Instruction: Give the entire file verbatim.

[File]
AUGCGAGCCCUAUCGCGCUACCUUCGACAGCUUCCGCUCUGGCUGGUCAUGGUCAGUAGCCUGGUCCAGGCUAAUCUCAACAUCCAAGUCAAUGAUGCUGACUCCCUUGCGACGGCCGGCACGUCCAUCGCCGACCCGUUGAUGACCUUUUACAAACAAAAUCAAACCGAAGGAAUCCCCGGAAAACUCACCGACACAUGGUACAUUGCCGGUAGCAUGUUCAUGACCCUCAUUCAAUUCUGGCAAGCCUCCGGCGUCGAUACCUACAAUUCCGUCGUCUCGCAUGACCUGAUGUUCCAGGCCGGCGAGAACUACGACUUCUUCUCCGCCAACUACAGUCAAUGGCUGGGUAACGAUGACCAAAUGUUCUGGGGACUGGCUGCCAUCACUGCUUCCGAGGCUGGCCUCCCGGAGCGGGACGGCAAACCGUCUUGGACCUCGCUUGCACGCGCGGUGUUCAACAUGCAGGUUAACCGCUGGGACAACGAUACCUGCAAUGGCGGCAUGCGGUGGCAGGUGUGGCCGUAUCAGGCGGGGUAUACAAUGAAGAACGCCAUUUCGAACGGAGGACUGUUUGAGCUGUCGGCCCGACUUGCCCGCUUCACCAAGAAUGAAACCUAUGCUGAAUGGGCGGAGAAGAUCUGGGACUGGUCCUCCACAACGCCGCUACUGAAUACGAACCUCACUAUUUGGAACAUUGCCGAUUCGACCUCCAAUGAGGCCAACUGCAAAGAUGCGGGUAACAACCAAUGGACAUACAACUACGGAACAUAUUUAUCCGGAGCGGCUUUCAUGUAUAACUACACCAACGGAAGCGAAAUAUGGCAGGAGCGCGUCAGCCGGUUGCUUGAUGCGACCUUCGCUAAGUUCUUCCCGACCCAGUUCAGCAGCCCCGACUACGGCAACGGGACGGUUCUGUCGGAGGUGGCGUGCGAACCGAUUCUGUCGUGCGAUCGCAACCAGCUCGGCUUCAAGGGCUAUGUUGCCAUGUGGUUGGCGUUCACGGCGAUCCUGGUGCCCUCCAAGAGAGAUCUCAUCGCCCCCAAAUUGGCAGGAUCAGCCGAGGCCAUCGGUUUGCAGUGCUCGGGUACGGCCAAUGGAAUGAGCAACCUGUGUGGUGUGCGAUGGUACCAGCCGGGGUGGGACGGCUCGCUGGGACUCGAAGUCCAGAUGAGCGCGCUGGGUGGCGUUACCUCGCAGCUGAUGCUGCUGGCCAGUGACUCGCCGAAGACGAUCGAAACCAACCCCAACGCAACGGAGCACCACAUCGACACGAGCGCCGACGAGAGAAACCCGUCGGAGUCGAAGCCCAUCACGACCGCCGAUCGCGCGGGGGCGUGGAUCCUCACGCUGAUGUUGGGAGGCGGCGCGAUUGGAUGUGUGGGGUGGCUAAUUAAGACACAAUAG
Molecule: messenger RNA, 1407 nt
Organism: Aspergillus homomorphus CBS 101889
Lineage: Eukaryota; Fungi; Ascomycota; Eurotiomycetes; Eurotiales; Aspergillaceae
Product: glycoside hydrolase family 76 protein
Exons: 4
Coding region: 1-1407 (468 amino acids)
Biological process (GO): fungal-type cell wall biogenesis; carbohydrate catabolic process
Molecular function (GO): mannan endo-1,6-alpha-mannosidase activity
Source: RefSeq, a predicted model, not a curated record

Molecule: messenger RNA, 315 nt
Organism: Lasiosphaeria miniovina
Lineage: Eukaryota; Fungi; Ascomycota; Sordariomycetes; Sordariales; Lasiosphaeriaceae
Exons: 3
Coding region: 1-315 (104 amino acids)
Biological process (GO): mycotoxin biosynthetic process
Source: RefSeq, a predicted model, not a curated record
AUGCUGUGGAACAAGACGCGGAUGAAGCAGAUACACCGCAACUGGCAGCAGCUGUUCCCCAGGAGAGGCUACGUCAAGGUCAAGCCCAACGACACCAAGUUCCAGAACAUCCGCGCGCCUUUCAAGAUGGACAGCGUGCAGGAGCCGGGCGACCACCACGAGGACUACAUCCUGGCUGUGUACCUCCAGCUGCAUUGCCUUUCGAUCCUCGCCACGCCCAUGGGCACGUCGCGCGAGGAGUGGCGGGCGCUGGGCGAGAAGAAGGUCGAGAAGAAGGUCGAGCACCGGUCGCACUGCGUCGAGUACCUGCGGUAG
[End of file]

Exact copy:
AUGCGAGCCCUAUCGCGCUACCUUCGACAGCUUCCGCUCUGGCUGGUCAUGGUCAGUAGCCUGGUCCAGGCUAAUCUCAACAUCCAAGUCAAUGAUGCUGACUCCCUUGCGACGGCCGGCACGUCCAUCGCCGACCCGUUGAUGACCUUUUACAAACAAAAUCAAACCGAAGGAAUCCCCGGAAAACUCACCGACACAUGGUACAUUGCCGGUAGCAUGUUCAUGACCCUCAUUCAAUUCUGGCAAGCCUCCGGCGUCGAUACCUACAAUUCCGUCGUCUCGCAUGACCUGAUGUUCCAGGCCGGCGAGAACUACGACUUCUUCUCCGCCAACUACAGUCAAUGGCUGGGUAACGAUGACCAAAUGUUCUGGGGACUGGCUGCCAUCACUGCUUCCGAGGCUGGCCUCCCGGAGCGGGACGGCAAACCGUCUUGGACCUCGCUUGCACGCGCGGUGUUCAACAUGCAGGUUAACCGCUGGGACAACGAUACCUGCAAUGGCGGCAUGCGGUGGCAGGUGUGGCCGUAUCAGGCGGGGUAUACAAUGAAGAACGCCAUUUCGAACGGAGGACUGUUUGAGCUGUCGGCCCGACUUGCCCGCUUCACCAAGAAUGAAACCUAUGCUGAAUGGGCGGAGAAGAUCUGGGACUGGUCCUCCACAACGCCGCUACUGAAUACGAACCUCACUAUUUGGAACAUUGCCGAUUCGACCUCCAAUGAGGCCAACUGCAAAGAUGCGGGUAACAACCAAUGGACAUACAACUACGGAACAUAUUUAUCCGGAGCGGCUUUCAUGUAUAACUACACCAACGGAAGCGAAAUAUGGCAGGAGCGCGUCAGCCGGUUGCUUGAUGCGACCUUCGCUAAGUUCUUCCCGACCCAGUUCAGCAGCCCCGACUACGGCAACGGGACGGUUCUGUCGGAGGUGGCGUGCGAACCGAUUCUGUCGUGCGAUCGCAACCAGCUCGGCUUCAAGGGCUAUGUUGCCAUGUGGUUGGCGUUCACGGCGAUCCUGGUGCCCUCCAAGAGAGAUCUCAUCGCCCCCAAAUUGGCAGGAUCAGCCGAGGCCAUCGGUUUGCAGUGCUCGGGUACGGCCAAUGGAAUGAGCAACCUGUGUGGUGUGCGAUGGUACCAGCCGGGGUGGGACGGCUCGCUGGGACUCGAAGUCCAGAUGAGCGCGCUGGGUGGCGUUACCUCGCAGCUGAUGCUGCUGGCCAGUGACUCGCCGAAGACGAUCGAAACCAACCCCAACGCAACGGAGCACCACAUCGACACGAGCGCCGACGAGAGAAACCCGUCGGAGUCGAAGCCCAUCACGACCGCCGAUCGCGCGGGGGCGUGGAUCCUCACGCUGAUGUUGGGAGGCGGCGCGAUUGGAUGUGUGGGGUGGCUAAUUAAGACACAAUAG
Molecule: messenger RNA, 1407 nt
Organism: Aspergillus homomorphus CBS 101889
Lineage: Eukaryota; Fungi; Ascomycota; Eurotiomycetes; Eurotiales; Aspergillaceae
Product: glycoside hydrolase family 76 protein
Exons: 4
Coding region: 1-1407 (468 amino acids)
Biological process (GO): fungal-type cell wall biogenesis; carbohydrate catabolic process
Molecular function (GO): mannan endo-1,6-alpha-mannosidase activity
Source: RefSeq, a predicted model, not a curated record

Molecule: messenger RNA, 315 nt
Organism: Lasiosphaeria miniovina
Lineage: Eukaryota; Fungi; Ascomycota; Sordariomycetes; Sordariales; Lasiosphaeriaceae
Exons: 3
Coding region: 1-315 (104 amino acids)
Biological process (GO): mycotoxin biosynthetic process
Source: RefSeq, a predicted model, not a curated record
AUGCUGUGGAACAAGACGCGGAUGAAGCAGAUACACCGCAACUGGCAGCAGCUGUUCCCCAGGAGAGGCUACGUCAAGGUCAAGCCCAACGACACCAAGUUCCAGAACAUCCGCGCGCCUUUCAAGAUGGACAGCGUGCAGGAGCCGGGCGACCACCACGAGGACUACAUCCUGGCUGUGUACCUCCAGCUGCAUUGCCUUUCGAUCCUCGCCACGCCCAUGGGCACGUCGCGCGAGGAGUGGCGGGCGCUGGGCGAGAAGAAGGUCGAGAAGAAGGUCGAGCACCGGUCGCACUGCGUCGAGUACCUGCGGUAG